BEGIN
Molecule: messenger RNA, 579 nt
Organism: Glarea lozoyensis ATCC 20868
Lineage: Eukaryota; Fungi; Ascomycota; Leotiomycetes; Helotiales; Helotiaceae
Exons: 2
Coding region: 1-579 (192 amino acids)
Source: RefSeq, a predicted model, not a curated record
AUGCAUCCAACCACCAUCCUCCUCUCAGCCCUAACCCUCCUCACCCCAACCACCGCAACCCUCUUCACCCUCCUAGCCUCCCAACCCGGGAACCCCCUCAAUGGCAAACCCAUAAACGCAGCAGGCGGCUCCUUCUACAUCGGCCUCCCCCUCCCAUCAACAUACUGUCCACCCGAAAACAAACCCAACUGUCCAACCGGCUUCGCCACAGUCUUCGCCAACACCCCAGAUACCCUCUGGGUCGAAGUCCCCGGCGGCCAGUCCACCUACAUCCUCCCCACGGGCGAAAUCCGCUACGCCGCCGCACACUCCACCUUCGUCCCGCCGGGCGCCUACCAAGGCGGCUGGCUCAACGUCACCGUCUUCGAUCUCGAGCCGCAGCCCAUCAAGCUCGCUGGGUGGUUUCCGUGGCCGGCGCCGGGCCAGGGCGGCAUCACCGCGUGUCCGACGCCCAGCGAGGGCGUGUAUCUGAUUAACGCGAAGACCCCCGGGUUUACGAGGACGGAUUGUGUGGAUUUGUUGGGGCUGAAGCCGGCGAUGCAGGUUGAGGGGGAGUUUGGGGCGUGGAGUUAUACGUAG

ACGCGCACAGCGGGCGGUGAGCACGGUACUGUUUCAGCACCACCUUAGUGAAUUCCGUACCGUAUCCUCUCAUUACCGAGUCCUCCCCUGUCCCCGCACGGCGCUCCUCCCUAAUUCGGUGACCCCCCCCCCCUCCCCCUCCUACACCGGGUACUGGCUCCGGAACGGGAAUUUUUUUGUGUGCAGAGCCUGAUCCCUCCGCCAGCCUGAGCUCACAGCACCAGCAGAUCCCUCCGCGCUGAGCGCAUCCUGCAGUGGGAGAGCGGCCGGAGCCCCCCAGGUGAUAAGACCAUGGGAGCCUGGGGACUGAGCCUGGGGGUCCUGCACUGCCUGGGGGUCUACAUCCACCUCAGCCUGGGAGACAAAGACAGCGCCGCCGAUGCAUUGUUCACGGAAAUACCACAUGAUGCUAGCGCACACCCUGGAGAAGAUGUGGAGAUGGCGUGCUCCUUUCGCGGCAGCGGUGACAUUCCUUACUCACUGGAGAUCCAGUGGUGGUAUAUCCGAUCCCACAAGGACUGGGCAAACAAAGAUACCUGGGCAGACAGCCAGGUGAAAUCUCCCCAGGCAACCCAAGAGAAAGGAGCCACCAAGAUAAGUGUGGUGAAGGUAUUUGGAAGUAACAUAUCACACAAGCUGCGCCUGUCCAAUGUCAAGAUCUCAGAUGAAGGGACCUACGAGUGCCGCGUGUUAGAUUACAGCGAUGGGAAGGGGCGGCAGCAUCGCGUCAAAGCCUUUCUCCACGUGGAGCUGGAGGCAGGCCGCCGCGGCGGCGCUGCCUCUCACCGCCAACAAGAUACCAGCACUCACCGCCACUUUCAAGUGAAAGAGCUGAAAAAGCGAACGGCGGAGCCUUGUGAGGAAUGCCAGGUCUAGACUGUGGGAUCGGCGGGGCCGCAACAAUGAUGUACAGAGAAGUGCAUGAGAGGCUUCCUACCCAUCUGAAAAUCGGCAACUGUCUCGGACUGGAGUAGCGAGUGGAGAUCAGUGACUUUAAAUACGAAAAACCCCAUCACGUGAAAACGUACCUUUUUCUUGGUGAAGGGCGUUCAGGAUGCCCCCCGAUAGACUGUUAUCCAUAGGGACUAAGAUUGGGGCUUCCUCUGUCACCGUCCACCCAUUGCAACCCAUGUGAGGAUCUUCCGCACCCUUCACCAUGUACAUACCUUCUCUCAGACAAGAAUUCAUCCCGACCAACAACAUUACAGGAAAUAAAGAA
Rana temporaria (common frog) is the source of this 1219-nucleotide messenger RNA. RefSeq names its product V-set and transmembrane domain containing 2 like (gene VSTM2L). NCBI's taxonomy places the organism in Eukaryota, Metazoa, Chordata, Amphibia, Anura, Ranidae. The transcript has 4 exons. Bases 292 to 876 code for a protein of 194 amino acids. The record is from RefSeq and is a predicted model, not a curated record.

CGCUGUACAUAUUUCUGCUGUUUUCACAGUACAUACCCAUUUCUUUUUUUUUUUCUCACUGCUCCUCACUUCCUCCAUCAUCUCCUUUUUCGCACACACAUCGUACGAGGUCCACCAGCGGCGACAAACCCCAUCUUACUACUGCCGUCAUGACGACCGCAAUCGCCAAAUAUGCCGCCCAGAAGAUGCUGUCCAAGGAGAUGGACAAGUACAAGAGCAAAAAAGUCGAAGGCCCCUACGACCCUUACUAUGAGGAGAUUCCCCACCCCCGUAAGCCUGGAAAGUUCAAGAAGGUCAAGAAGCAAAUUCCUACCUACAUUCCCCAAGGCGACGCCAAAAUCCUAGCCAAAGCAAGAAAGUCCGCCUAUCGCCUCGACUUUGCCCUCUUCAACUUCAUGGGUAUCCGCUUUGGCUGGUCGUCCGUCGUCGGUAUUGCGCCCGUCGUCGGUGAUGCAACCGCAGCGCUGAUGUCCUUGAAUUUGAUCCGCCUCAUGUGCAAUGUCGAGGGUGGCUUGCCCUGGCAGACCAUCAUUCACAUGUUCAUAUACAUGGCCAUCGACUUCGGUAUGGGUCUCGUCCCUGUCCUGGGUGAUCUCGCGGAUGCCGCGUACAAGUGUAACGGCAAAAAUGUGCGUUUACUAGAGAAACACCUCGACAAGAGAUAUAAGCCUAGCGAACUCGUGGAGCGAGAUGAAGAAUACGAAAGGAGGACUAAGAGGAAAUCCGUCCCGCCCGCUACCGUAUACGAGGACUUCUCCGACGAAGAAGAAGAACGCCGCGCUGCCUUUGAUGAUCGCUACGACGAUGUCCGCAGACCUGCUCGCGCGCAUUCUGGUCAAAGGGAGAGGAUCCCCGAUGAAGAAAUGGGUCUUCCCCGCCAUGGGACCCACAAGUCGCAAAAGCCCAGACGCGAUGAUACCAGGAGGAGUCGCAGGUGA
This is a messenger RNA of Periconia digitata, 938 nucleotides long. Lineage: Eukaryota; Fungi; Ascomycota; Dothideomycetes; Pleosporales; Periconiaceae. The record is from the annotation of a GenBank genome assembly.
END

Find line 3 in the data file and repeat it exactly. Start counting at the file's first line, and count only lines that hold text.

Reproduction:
Lineage: Eukaryota; Fungi; Ascomycota; Leotiomycetes; Helotiales; Helotiaceae